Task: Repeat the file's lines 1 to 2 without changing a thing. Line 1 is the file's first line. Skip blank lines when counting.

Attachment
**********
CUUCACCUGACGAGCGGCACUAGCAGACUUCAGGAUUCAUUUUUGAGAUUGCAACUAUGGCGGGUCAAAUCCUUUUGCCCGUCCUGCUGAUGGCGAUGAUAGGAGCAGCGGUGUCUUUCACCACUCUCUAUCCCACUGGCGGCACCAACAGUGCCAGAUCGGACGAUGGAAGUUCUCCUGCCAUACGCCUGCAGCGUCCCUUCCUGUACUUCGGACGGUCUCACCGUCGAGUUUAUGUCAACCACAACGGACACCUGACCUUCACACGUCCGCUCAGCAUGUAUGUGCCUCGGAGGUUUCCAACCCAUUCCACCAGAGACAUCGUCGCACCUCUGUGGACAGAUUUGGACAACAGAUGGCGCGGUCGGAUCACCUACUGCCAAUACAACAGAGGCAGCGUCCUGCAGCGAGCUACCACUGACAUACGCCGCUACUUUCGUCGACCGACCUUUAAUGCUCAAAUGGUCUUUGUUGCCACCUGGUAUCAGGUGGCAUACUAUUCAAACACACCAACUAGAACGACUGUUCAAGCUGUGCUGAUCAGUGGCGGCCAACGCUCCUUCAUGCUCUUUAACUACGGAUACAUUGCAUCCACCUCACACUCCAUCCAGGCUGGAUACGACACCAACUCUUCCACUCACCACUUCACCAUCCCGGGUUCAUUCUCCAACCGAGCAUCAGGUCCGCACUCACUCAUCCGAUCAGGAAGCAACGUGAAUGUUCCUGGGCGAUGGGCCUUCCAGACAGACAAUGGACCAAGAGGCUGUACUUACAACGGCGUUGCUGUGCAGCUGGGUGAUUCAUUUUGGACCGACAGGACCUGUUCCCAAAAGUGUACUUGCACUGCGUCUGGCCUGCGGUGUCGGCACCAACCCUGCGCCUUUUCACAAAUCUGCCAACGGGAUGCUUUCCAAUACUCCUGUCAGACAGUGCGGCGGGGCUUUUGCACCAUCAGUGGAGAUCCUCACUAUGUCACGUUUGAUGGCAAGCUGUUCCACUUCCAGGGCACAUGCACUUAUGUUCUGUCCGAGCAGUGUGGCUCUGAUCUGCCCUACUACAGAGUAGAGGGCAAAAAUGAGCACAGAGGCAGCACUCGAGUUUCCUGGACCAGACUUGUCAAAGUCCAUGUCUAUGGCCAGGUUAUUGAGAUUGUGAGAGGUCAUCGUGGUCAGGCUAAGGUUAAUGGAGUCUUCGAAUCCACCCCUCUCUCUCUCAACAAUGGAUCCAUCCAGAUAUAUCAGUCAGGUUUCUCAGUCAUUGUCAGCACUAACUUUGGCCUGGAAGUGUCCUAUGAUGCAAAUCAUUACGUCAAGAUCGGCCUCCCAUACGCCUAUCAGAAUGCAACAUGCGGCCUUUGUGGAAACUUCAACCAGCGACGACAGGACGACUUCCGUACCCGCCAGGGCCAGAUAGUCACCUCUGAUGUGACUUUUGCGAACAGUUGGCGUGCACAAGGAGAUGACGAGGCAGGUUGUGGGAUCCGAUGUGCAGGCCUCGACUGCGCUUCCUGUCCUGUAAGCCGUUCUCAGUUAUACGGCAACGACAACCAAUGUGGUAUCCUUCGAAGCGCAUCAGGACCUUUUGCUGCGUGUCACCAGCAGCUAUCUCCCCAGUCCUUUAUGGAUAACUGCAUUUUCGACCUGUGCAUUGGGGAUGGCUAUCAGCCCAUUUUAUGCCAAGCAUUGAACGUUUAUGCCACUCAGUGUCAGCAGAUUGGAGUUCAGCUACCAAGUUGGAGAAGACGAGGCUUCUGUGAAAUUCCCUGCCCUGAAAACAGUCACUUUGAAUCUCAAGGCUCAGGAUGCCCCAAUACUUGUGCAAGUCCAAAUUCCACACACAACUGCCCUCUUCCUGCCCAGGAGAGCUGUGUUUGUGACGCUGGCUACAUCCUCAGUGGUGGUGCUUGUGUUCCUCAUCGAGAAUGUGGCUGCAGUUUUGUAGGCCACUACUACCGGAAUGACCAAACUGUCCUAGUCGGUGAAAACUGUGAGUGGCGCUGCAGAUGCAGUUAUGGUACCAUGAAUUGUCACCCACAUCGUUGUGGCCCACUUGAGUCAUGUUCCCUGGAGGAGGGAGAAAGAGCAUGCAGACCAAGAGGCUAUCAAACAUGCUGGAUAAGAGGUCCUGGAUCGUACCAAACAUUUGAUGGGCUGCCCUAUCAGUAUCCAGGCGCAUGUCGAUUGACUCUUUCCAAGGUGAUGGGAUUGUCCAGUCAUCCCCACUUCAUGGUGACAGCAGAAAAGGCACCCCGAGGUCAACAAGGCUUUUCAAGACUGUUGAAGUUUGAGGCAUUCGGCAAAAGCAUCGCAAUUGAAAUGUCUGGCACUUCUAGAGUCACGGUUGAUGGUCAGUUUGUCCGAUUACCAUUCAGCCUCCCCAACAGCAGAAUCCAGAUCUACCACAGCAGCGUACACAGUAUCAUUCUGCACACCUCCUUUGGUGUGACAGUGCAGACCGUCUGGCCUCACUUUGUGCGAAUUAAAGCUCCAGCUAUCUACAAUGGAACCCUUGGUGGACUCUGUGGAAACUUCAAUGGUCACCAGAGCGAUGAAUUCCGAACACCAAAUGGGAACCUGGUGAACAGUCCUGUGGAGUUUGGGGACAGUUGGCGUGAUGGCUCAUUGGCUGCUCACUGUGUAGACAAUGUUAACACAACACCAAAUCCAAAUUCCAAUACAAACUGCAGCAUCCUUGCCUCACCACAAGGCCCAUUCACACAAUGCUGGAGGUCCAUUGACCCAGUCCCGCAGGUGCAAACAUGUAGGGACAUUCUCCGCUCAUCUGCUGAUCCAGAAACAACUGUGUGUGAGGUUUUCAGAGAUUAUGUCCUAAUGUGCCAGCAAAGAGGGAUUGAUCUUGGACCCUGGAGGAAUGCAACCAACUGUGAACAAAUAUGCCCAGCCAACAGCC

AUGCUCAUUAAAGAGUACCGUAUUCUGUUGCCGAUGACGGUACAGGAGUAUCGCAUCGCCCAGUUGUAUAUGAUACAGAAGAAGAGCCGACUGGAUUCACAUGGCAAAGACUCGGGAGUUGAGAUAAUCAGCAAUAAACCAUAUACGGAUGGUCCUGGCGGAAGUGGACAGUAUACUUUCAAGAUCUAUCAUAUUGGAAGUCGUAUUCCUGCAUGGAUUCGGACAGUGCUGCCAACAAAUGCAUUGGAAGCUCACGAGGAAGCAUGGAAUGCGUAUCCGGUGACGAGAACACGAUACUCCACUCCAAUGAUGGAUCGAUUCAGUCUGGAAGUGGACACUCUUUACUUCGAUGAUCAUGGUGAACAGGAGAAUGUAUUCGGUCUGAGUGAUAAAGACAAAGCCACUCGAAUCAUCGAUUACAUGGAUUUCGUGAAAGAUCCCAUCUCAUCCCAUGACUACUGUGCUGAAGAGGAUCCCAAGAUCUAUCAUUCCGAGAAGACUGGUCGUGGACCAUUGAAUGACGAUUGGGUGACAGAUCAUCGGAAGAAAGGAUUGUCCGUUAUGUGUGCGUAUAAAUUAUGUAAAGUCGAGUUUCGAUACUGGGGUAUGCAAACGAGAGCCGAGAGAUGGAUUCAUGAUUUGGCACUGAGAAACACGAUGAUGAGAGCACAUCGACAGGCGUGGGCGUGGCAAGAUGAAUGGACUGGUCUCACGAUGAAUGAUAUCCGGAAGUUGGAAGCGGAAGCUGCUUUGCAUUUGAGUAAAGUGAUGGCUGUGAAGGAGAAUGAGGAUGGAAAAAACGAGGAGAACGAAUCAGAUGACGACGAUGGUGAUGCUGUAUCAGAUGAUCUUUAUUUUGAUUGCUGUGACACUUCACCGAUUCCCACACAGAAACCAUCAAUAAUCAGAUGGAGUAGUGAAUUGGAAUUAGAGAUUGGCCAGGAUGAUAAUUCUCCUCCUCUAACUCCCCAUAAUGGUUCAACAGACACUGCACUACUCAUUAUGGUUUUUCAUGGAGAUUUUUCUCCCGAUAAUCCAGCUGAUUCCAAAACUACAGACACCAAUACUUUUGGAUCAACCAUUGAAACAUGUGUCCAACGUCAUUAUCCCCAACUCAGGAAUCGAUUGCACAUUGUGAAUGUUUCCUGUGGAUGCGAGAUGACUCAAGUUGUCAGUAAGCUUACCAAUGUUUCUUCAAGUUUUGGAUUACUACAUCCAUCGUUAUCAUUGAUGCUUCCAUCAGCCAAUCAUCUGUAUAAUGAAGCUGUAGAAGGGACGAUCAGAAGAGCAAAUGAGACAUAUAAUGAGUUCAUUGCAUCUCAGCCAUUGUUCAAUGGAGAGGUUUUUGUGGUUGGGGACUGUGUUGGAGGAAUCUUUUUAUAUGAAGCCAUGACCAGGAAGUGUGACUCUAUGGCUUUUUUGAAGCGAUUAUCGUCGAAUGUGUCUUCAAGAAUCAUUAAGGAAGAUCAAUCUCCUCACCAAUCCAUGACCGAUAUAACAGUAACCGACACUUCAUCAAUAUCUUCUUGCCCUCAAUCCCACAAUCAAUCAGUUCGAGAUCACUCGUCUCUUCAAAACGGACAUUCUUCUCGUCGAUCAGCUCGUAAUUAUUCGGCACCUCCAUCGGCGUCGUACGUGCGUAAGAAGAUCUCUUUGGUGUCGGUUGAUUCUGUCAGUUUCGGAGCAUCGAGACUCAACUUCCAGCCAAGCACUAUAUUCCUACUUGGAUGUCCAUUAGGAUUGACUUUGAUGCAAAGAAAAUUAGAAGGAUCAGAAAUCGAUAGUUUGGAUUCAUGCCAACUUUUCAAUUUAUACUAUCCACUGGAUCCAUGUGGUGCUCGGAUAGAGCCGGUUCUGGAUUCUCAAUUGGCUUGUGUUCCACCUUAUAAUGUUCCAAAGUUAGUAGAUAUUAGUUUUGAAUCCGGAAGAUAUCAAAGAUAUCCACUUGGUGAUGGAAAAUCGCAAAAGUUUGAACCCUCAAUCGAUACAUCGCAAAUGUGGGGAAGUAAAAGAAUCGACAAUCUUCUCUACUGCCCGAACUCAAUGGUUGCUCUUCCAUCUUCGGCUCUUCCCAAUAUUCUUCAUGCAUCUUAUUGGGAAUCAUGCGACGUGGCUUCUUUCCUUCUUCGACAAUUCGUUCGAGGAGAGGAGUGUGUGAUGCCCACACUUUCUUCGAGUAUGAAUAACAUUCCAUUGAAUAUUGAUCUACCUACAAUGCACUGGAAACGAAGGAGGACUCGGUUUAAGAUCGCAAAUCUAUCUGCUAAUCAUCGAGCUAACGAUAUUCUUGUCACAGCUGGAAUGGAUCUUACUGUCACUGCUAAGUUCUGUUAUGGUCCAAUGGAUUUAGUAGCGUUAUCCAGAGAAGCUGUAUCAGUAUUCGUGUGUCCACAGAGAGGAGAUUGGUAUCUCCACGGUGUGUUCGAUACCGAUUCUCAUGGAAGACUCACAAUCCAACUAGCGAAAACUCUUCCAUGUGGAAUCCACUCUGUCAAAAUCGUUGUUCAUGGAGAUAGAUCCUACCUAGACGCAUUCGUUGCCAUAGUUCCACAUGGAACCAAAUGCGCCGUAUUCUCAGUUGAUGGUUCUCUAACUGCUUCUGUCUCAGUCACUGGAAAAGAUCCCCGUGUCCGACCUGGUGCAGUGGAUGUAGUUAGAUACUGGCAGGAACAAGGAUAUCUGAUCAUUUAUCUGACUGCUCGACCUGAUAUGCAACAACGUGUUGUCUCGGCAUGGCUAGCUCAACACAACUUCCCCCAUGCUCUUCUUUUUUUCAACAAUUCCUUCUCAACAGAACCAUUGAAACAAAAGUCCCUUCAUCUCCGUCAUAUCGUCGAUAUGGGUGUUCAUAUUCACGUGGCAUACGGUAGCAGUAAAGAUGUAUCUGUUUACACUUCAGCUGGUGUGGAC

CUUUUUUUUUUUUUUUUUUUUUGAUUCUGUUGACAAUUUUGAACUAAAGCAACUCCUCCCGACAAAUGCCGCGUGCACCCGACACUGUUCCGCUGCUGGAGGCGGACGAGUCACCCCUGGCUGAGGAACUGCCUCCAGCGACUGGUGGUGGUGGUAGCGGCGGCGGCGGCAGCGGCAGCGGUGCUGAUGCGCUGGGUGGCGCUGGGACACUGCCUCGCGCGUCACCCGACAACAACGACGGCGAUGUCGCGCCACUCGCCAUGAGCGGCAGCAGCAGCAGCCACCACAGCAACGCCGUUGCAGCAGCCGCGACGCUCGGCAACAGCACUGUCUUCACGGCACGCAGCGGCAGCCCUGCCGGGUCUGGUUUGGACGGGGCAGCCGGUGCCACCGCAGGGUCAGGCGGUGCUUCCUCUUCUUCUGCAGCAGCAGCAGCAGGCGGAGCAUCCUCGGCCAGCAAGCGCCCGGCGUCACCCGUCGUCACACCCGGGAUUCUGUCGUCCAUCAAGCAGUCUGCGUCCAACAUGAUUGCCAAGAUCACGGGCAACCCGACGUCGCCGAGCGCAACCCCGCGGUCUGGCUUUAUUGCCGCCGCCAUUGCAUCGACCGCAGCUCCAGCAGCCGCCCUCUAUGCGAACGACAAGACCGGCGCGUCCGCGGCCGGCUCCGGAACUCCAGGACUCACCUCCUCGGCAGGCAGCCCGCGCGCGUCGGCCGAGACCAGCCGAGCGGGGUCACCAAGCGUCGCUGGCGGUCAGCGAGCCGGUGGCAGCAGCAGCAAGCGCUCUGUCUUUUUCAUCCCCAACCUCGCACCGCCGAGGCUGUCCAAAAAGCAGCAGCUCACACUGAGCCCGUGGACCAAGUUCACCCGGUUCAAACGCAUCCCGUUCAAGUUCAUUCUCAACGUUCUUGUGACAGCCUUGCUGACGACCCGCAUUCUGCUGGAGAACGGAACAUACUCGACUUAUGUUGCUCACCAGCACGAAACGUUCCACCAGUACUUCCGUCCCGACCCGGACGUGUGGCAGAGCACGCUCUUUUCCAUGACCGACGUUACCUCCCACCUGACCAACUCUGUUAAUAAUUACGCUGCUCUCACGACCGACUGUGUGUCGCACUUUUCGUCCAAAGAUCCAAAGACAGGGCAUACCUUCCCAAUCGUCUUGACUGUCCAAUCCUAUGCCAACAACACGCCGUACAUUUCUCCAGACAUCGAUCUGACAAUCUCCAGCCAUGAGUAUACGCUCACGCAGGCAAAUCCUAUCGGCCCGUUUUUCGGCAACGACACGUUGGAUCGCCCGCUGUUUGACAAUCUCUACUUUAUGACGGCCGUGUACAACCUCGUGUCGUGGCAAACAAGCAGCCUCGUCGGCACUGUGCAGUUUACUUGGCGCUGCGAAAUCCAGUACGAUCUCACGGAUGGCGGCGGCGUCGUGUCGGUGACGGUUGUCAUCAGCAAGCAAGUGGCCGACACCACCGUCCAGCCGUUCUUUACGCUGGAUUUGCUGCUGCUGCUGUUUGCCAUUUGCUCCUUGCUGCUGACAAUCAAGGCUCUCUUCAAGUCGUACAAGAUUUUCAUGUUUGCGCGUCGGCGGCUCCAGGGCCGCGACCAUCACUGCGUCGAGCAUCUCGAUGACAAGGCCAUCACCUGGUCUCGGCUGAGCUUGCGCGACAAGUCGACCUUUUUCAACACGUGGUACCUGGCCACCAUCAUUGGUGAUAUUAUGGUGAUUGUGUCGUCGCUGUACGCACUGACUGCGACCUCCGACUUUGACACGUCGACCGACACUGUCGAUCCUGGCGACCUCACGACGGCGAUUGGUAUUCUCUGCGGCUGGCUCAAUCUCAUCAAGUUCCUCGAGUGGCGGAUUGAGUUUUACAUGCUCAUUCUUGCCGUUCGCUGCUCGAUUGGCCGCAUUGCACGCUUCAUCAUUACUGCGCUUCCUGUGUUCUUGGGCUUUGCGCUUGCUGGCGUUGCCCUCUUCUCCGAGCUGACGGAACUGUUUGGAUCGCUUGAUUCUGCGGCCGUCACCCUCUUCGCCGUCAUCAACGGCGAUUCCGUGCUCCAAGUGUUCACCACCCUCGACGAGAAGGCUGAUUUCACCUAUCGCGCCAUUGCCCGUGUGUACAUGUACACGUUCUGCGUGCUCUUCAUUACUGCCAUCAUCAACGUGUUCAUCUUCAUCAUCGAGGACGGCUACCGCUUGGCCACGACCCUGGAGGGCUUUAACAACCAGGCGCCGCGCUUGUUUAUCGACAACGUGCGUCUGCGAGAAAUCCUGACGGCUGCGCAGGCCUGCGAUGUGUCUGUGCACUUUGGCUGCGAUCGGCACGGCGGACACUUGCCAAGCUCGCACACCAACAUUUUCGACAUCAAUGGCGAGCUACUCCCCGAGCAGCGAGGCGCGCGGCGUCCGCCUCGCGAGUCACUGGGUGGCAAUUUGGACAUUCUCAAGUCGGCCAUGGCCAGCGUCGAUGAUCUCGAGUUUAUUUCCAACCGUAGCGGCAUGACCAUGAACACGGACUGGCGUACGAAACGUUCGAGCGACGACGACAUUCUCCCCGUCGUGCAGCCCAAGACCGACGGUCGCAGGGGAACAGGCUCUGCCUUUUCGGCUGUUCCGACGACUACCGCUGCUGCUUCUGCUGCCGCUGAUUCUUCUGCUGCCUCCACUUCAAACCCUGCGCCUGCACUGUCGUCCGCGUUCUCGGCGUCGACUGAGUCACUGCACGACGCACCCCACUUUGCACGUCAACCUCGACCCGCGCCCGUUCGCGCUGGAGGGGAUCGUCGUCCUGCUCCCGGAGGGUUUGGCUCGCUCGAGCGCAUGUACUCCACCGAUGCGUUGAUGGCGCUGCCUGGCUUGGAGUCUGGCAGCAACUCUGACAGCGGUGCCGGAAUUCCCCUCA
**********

CUUCACCUGACGAGCGGCACUAGCAGACUUCAGGAUUCAUUUUUGAGAUUGCAACUAUGGCGGGUCAAAUCCUUUUGCCCGUCCUGCUGAUGGCGAUGAUAGGAGCAGCGGUGUCUUUCACCACUCUCUAUCCCACUGGCGGCACCAACAGUGCCAGAUCGGACGAUGGAAGUUCUCCUGCCAUACGCCUGCAGCGUCCCUUCCUGUACUUCGGACGGUCUCACCGUCGAGUUUAUGUCAACCACAACGGACACCUGACCUUCACACGUCCGCUCAGCAUGUAUGUGCCUCGGAGGUUUCCAACCCAUUCCACCAGAGACAUCGUCGCACCUCUGUGGACAGAUUUGGACAACAGAUGGCGCGGUCGGAUCACCUACUGCCAAUACAACAGAGGCAGCGUCCUGCAGCGAGCUACCACUGACAUACGCCGCUACUUUCGUCGACCGACCUUUAAUGCUCAAAUGGUCUUUGUUGCCACCUGGUAUCAGGUGGCAUACUAUUCAAACACACCAACUAGAACGACUGUUCAAGCUGUGCUGAUCAGUGGCGGCCAACGCUCCUUCAUGCUCUUUAACUACGGAUACAUUGCAUCCACCUCACACUCCAUCCAGGCUGGAUACGACACCAACUCUUCCACUCACCACUUCACCAUCCCGGGUUCAUUCUCCAACCGAGCAUCAGGUCCGCACUCACUCAUCCGAUCAGGAAGCAACGUGAAUGUUCCUGGGCGAUGGGCCUUCCAGACAGACAAUGGACCAAGAGGCUGUACUUACAACGGCGUUGCUGUGCAGCUGGGUGAUUCAUUUUGGACCGACAGGACCUGUUCCCAAAAGUGUACUUGCACUGCGUCUGGCCUGCGGUGUCGGCACCAACCCUGCGCCUUUUCACAAAUCUGCCAACGGGAUGCUUUCCAAUACUCCUGUCAGACAGUGCGGCGGGGCUUUUGCACCAUCAGUGGAGAUCCUCACUAUGUCACGUUUGAUGGCAAGCUGUUCCACUUCCAGGGCACAUGCACUUAUGUUCUGUCCGAGCAGUGUGGCUCUGAUCUGCCCUACUACAGAGUAGAGGGCAAAAAUGAGCACAGAGGCAGCACUCGAGUUUCCUGGACCAGACUUGUCAAAGUCCAUGUCUAUGGCCAGGUUAUUGAGAUUGUGAGAGGUCAUCGUGGUCAGGCUAAGGUUAAUGGAGUCUUCGAAUCCACCCCUCUCUCUCUCAACAAUGGAUCCAUCCAGAUAUAUCAGUCAGGUUUCUCAGUCAUUGUCAGCACUAACUUUGGCCUGGAAGUGUCCUAUGAUGCAAAUCAUUACGUCAAGAUCGGCCUCCCAUACGCCUAUCAGAAUGCAACAUGCGGCCUUUGUGGAAACUUCAACCAGCGACGACAGGACGACUUCCGUACCCGCCAGGGCCAGAUAGUCACCUCUGAUGUGACUUUUGCGAACAGUUGGCGUGCACAAGGAGAUGACGAGGCAGGUUGUGGGAUCCGAUGUGCAGGCCUCGACUGCGCUUCCUGUCCUGUAAGCCGUUCUCAGUUAUACGGCAACGACAACCAAUGUGGUAUCCUUCGAAGCGCAUCAGGACCUUUUGCUGCGUGUCACCAGCAGCUAUCUCCCCAGUCCUUUAUGGAUAACUGCAUUUUCGACCUGUGCAUUGGGGAUGGCUAUCAGCCCAUUUUAUGCCAAGCAUUGAACGUUUAUGCCACUCAGUGUCAGCAGAUUGGAGUUCAGCUACCAAGUUGGAGAAGACGAGGCUUCUGUGAAAUUCCCUGCCCUGAAAACAGUCACUUUGAAUCUCAAGGCUCAGGAUGCCCCAAUACUUGUGCAAGUCCAAAUUCCACACACAACUGCCCUCUUCCUGCCCAGGAGAGCUGUGUUUGUGACGCUGGCUACAUCCUCAGUGGUGGUGCUUGUGUUCCUCAUCGAGAAUGUGGCUGCAGUUUUGUAGGCCACUACUACCGGAAUGACCAAACUGUCCUAGUCGGUGAAAACUGUGAGUGGCGCUGCAGAUGCAGUUAUGGUACCAUGAAUUGUCACCCACAUCGUUGUGGCCCACUUGAGUCAUGUUCCCUGGAGGAGGGAGAAAGAGCAUGCAGACCAAGAGGCUAUCAAACAUGCUGGAUAAGAGGUCCUGGAUCGUACCAAACAUUUGAUGGGCUGCCCUAUCAGUAUCCAGGCGCAUGUCGAUUGACUCUUUCCAAGGUGAUGGGAUUGUCCAGUCAUCCCCACUUCAUGGUGACAGCAGAAAAGGCACCCCGAGGUCAACAAGGCUUUUCAAGACUGUUGAAGUUUGAGGCAUUCGGCAAAAGCAUCGCAAUUGAAAUGUCUGGCACUUCUAGAGUCACGGUUGAUGGUCAGUUUGUCCGAUUACCAUUCAGCCUCCCCAACAGCAGAAUCCAGAUCUACCACAGCAGCGUACACAGUAUCAUUCUGCACACCUCCUUUGGUGUGACAGUGCAGACCGUCUGGCCUCACUUUGUGCGAAUUAAAGCUCCAGCUAUCUACAAUGGAACCCUUGGUGGACUCUGUGGAAACUUCAAUGGUCACCAGAGCGAUGAAUUCCGAACACCAAAUGGGAACCUGGUGAACAGUCCUGUGGAGUUUGGGGACAGUUGGCGUGAUGGCUCAUUGGCUGCUCACUGUGUAGACAAUGUUAACACAACACCAAAUCCAAAUUCCAAUACAAACUGCAGCAUCCUUGCCUCACCACAAGGCCCAUUCACACAAUGCUGGAGGUCCAUUGACCCAGUCCCGCAGGUGCAAACAUGUAGGGACAUUCUCCGCUCAUCUGCUGAUCCAGAAACAACUGUGUGUGAGGUUUUCAGAGAUUAUGUCCUAAUGUGCCAGCAAAGAGGGAUUGAUCUUGGACCCUGGAGGAAUGCAACCAACUGUGAACAAAUAUGCCCAGCCAACAGCC

AUGCUCAUUAAAGAGUACCGUAUUCUGUUGCCGAUGACGGUACAGGAGUAUCGCAUCGCCCAGUUGUAUAUGAUACAGAAGAAGAGCCGACUGGAUUCACAUGGCAAAGACUCGGGAGUUGAGAUAAUCAGCAAUAAACCAUAUACGGAUGGUCCUGGCGGAAGUGGACAGUAUACUUUCAAGAUCUAUCAUAUUGGAAGUCGUAUUCCUGCAUGGAUUCGGACAGUGCUGCCAACAAAUGCAUUGGAAGCUCACGAGGAAGCAUGGAAUGCGUAUCCGGUGACGAGAACACGAUACUCCACUCCAAUGAUGGAUCGAUUCAGUCUGGAAGUGGACACUCUUUACUUCGAUGAUCAUGGUGAACAGGAGAAUGUAUUCGGUCUGAGUGAUAAAGACAAAGCCACUCGAAUCAUCGAUUACAUGGAUUUCGUGAAAGAUCCCAUCUCAUCCCAUGACUACUGUGCUGAAGAGGAUCCCAAGAUCUAUCAUUCCGAGAAGACUGGUCGUGGACCAUUGAAUGACGAUUGGGUGACAGAUCAUCGGAAGAAAGGAUUGUCCGUUAUGUGUGCGUAUAAAUUAUGUAAAGUCGAGUUUCGAUACUGGGGUAUGCAAACGAGAGCCGAGAGAUGGAUUCAUGAUUUGGCACUGAGAAACACGAUGAUGAGAGCACAUCGACAGGCGUGGGCGUGGCAAGAUGAAUGGACUGGUCUCACGAUGAAUGAUAUCCGGAAGUUGGAAGCGGAAGCUGCUUUGCAUUUGAGUAAAGUGAUGGCUGUGAAGGAGAAUGAGGAUGGAAAAAACGAGGAGAACGAAUCAGAUGACGACGAUGGUGAUGCUGUAUCAGAUGAUCUUUAUUUUGAUUGCUGUGACACUUCACCGAUUCCCACACAGAAACCAUCAAUAAUCAGAUGGAGUAGUGAAUUGGAAUUAGAGAUUGGCCAGGAUGAUAAUUCUCCUCCUCUAACUCCCCAUAAUGGUUCAACAGACACUGCACUACUCAUUAUGGUUUUUCAUGGAGAUUUUUCUCCCGAUAAUCCAGCUGAUUCCAAAACUACAGACACCAAUACUUUUGGAUCAACCAUUGAAACAUGUGUCCAACGUCAUUAUCCCCAACUCAGGAAUCGAUUGCACAUUGUGAAUGUUUCCUGUGGAUGCGAGAUGACUCAAGUUGUCAGUAAGCUUACCAAUGUUUCUUCAAGUUUUGGAUUACUACAUCCAUCGUUAUCAUUGAUGCUUCCAUCAGCCAAUCAUCUGUAUAAUGAAGCUGUAGAAGGGACGAUCAGAAGAGCAAAUGAGACAUAUAAUGAGUUCAUUGCAUCUCAGCCAUUGUUCAAUGGAGAGGUUUUUGUGGUUGGGGACUGUGUUGGAGGAAUCUUUUUAUAUGAAGCCAUGACCAGGAAGUGUGACUCUAUGGCUUUUUUGAAGCGAUUAUCGUCGAAUGUGUCUUCAAGAAUCAUUAAGGAAGAUCAAUCUCCUCACCAAUCCAUGACCGAUAUAACAGUAACCGACACUUCAUCAAUAUCUUCUUGCCCUCAAUCCCACAAUCAAUCAGUUCGAGAUCACUCGUCUCUUCAAAACGGACAUUCUUCUCGUCGAUCAGCUCGUAAUUAUUCGGCACCUCCAUCGGCGUCGUACGUGCGUAAGAAGAUCUCUUUGGUGUCGGUUGAUUCUGUCAGUUUCGGAGCAUCGAGACUCAACUUCCAGCCAAGCACUAUAUUCCUACUUGGAUGUCCAUUAGGAUUGACUUUGAUGCAAAGAAAAUUAGAAGGAUCAGAAAUCGAUAGUUUGGAUUCAUGCCAACUUUUCAAUUUAUACUAUCCACUGGAUCCAUGUGGUGCUCGGAUAGAGCCGGUUCUGGAUUCUCAAUUGGCUUGUGUUCCACCUUAUAAUGUUCCAAAGUUAGUAGAUAUUAGUUUUGAAUCCGGAAGAUAUCAAAGAUAUCCACUUGGUGAUGGAAAAUCGCAAAAGUUUGAACCCUCAAUCGAUACAUCGCAAAUGUGGGGAAGUAAAAGAAUCGACAAUCUUCUCUACUGCCCGAACUCAAUGGUUGCUCUUCCAUCUUCGGCUCUUCCCAAUAUUCUUCAUGCAUCUUAUUGGGAAUCAUGCGACGUGGCUUCUUUCCUUCUUCGACAAUUCGUUCGAGGAGAGGAGUGUGUGAUGCCCACACUUUCUUCGAGUAUGAAUAACAUUCCAUUGAAUAUUGAUCUACCUACAAUGCACUGGAAACGAAGGAGGACUCGGUUUAAGAUCGCAAAUCUAUCUGCUAAUCAUCGAGCUAACGAUAUUCUUGUCACAGCUGGAAUGGAUCUUACUGUCACUGCUAAGUUCUGUUAUGGUCCAAUGGAUUUAGUAGCGUUAUCCAGAGAAGCUGUAUCAGUAUUCGUGUGUCCACAGAGAGGAGAUUGGUAUCUCCACGGUGUGUUCGAUACCGAUUCUCAUGGAAGACUCACAAUCCAACUAGCGAAAACUCUUCCAUGUGGAAUCCACUCUGUCAAAAUCGUUGUUCAUGGAGAUAGAUCCUACCUAGACGCAUUCGUUGCCAUAGUUCCACAUGGAACCAAAUGCGCCGUAUUCUCAGUUGAUGGUUCUCUAACUGCUUCUGUCUCAGUCACUGGAAAAGAUCCCCGUGUCCGACCUGGUGCAGUGGAUGUAGUUAGAUACUGGCAGGAACAAGGAUAUCUGAUCAUUUAUCUGACUGCUCGACCUGAUAUGCAACAACGUGUUGUCUCGGCAUGGCUAGCUCAACACAACUUCCCCCAUGCUCUUCUUUUUUUCAACAAUUCCUUCUCAACAGAACCAUUGAAACAAAAGUCCCUUCAUCUCCGUCAUAUCGUCGAUAUGGGUGUUCAUAUUCACGUGGCAUACGGUAGCAGUAAAGAUGUAUCUGUUUACACUUCAGCUGGUGUGGAC